The Chargers Lost By Just A Few Inches At Each End
11:03 AM EDT on September 28, 2020
With just the slightest of changes—a difference bounce, a slower receiver, maybe even a small gust of wind—the Chargers could have improved to 2-1 on Sunday with a home win against the anonymous Panthers. Instead, this is a story about two plays that just barely went wrong for the Bolts and led to a 21-16 Carolina victory.
Though, based on the markets in which it was shown, Panthers-Chargers was likely one of the least-watched games on Sunday, its final two minutes were worth tuning in for. If the Chargers had fans, their painful enduring memory of Week 3 would be this game's final play. With five seconds to go and the Chargers 28 yards away from a win, Keenan Allen and Austin Ekeler almost executed a perfect hook-and-lateral. The defense seemed fooled and Ekeler appeared to have enough space to find the endzone, but Allen's pitch was just a few inches behind his partner, forcing Ekeler to bobble it onto the ground and come up short.
Perhaps just as crucial to the outcome, however, was a punt by the Panthers two minutes earlier that set up the Chargers' final drive. It was an absolutely flawless kick by Joseph Charlton, though it didn't look that way on first glance, watching at normal speed.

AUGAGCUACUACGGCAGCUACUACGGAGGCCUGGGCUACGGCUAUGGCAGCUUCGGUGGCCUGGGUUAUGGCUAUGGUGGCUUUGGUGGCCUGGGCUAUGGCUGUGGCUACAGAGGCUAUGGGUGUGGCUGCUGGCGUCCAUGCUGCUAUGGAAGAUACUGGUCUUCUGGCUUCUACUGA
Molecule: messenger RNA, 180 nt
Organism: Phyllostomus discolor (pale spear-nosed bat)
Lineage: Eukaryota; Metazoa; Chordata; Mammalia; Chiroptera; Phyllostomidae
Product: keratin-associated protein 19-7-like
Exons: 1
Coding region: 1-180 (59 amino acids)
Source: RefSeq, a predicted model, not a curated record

Initially, after five different Panthers played hot potato with the football, the refs called it a touchback and put the ball at the 20. But when the sequence was slowed down on replay, it became apparent that long snapper J. J. Jansen had in fact made a tremendous play.
Though analysts can sometimes be a bit condescending when they talk up the importance of a long snapper to a football team, Jansen's contribution to the Panthers' win was extremely visible in this particular moment. After doing his job to start the play, Jansen ran 40 yards downfield to meet the ball right at the goal line. Though he ended up getting pushed into the endzone by his own teammate, he still managed to gain full possession of the ball in the field of play before throwing it backward. By rule, that action was enough to call the ball down and force the Chargers to run a 99-yard two-minute drill with no timeouts, instead of 80 yards.
Jansen's heroics, which weren't able to be comprehended by the naked eye in real time, quite literally made the difference in the game. Rewatch the hook-and-lateral and see where the game ended for L..A. That's right: at the Panthers' 19.